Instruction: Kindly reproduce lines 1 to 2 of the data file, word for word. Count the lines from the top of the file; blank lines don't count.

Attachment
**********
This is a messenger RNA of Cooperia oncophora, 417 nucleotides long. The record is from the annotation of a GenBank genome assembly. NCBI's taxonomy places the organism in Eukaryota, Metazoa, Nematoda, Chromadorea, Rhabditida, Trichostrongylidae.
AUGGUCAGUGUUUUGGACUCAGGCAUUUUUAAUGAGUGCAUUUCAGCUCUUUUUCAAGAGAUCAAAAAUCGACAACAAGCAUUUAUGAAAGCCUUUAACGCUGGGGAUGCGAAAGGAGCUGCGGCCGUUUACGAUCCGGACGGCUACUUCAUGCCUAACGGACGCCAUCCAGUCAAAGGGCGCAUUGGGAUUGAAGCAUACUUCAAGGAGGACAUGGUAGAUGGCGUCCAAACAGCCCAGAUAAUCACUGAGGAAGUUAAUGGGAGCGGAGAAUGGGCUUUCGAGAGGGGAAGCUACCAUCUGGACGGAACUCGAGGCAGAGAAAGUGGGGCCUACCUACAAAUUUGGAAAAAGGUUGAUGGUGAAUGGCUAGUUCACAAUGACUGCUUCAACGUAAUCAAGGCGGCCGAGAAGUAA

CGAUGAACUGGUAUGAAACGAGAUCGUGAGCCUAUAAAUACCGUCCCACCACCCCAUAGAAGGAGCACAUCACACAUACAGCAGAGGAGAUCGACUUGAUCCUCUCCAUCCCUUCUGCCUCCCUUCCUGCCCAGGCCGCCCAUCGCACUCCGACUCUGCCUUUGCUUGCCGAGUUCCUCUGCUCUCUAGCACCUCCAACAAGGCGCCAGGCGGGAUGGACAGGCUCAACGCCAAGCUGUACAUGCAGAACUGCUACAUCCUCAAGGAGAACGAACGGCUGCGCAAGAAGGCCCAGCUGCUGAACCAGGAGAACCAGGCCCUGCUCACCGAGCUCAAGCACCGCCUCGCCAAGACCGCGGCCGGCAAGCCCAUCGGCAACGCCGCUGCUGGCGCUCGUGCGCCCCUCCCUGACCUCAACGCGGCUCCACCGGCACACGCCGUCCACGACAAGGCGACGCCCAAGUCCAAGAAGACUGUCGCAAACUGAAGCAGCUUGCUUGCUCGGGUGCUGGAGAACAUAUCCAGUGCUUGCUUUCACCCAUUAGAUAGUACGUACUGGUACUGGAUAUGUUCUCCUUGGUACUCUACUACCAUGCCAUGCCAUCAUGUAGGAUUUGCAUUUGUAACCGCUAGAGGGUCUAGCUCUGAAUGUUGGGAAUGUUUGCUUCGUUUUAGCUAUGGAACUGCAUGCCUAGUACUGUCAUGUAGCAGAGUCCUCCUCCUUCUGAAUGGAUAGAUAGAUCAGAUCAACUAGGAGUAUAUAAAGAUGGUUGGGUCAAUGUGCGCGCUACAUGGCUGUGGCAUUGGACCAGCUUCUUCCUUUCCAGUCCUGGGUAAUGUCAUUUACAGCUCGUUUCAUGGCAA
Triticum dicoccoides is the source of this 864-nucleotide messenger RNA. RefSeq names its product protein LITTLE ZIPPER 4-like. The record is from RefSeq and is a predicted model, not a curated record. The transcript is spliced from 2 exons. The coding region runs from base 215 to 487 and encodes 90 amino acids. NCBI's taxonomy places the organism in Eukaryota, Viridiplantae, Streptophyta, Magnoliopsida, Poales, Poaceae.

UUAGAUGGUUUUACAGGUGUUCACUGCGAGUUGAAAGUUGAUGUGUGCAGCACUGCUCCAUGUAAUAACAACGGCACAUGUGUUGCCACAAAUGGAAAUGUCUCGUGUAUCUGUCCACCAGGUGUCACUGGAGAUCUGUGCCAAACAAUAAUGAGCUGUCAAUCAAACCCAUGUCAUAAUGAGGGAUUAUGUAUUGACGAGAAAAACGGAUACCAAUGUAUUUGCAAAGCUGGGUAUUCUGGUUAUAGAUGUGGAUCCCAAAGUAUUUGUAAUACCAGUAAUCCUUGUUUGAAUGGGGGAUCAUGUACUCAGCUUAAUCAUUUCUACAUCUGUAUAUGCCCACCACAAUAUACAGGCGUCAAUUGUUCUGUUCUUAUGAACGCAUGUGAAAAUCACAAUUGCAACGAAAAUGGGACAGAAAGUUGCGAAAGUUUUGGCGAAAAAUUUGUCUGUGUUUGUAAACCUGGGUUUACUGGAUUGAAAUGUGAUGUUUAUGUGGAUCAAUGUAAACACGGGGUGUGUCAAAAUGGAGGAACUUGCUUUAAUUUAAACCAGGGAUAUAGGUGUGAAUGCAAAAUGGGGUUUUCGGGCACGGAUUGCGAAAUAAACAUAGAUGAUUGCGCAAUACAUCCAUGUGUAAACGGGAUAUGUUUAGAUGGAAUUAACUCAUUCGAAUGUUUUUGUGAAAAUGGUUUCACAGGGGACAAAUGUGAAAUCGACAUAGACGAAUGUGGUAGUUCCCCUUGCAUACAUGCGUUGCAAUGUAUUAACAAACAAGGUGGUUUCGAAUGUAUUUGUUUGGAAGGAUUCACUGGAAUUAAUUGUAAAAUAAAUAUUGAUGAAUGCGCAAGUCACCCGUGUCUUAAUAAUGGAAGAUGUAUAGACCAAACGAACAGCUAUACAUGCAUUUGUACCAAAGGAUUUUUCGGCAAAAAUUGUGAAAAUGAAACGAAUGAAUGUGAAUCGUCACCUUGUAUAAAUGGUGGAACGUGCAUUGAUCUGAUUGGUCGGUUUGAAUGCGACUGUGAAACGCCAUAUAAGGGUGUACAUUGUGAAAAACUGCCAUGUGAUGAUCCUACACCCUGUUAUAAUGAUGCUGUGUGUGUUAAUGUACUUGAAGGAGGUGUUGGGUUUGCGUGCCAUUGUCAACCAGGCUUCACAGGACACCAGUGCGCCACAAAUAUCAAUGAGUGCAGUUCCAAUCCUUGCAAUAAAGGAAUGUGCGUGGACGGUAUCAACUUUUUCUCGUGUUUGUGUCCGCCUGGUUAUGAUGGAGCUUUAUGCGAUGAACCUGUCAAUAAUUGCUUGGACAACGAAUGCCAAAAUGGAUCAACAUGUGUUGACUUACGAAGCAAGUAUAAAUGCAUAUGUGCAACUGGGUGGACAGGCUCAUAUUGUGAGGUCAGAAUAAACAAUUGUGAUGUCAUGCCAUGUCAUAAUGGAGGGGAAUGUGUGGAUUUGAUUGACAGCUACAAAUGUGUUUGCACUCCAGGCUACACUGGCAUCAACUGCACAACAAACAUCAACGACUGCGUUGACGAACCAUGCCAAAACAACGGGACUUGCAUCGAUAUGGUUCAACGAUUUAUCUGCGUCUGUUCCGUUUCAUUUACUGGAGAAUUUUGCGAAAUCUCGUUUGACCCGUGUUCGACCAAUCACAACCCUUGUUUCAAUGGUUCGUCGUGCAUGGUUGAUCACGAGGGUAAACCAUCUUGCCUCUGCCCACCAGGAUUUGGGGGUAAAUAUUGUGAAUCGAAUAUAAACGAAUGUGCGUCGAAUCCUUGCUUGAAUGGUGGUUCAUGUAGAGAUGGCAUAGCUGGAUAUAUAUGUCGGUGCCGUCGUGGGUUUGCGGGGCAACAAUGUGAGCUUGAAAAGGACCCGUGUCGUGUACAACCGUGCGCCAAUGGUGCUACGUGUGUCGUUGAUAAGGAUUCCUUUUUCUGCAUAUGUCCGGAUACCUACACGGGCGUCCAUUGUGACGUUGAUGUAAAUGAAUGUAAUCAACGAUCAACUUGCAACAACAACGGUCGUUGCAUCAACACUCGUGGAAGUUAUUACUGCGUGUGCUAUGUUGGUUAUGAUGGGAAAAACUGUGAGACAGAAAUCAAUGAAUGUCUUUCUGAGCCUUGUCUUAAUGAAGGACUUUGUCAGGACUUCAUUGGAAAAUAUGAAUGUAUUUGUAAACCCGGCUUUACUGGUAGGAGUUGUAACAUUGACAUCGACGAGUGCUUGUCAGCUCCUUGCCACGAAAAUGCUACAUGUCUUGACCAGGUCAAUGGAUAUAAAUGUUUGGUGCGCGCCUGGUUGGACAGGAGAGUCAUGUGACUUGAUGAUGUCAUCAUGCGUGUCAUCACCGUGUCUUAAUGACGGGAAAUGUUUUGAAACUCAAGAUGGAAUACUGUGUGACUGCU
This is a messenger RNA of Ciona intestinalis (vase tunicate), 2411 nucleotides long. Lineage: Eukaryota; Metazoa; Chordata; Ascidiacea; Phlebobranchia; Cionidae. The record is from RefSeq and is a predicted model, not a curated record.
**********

This is a messenger RNA of Cooperia oncophora, 417 nucleotides long. The record is from the annotation of a GenBank genome assembly. NCBI's taxonomy places the organism in Eukaryota, Metazoa, Nematoda, Chromadorea, Rhabditida, Trichostrongylidae.
AUGGUCAGUGUUUUGGACUCAGGCAUUUUUAAUGAGUGCAUUUCAGCUCUUUUUCAAGAGAUCAAAAAUCGACAACAAGCAUUUAUGAAAGCCUUUAACGCUGGGGAUGCGAAAGGAGCUGCGGCCGUUUACGAUCCGGACGGCUACUUCAUGCCUAACGGACGCCAUCCAGUCAAAGGGCGCAUUGGGAUUGAAGCAUACUUCAAGGAGGACAUGGUAGAUGGCGUCCAAACAGCCCAGAUAAUCACUGAGGAAGUUAAUGGGAGCGGAGAAUGGGCUUUCGAGAGGGGAAGCUACCAUCUGGACGGAACUCGAGGCAGAGAAAGUGGGGCCUACCUACAAAUUUGGAAAAAGGUUGAUGGUGAAUGGCUAGUUCACAAUGACUGCUUCAACGUAAUCAAGGCGGCCGAGAAGUAA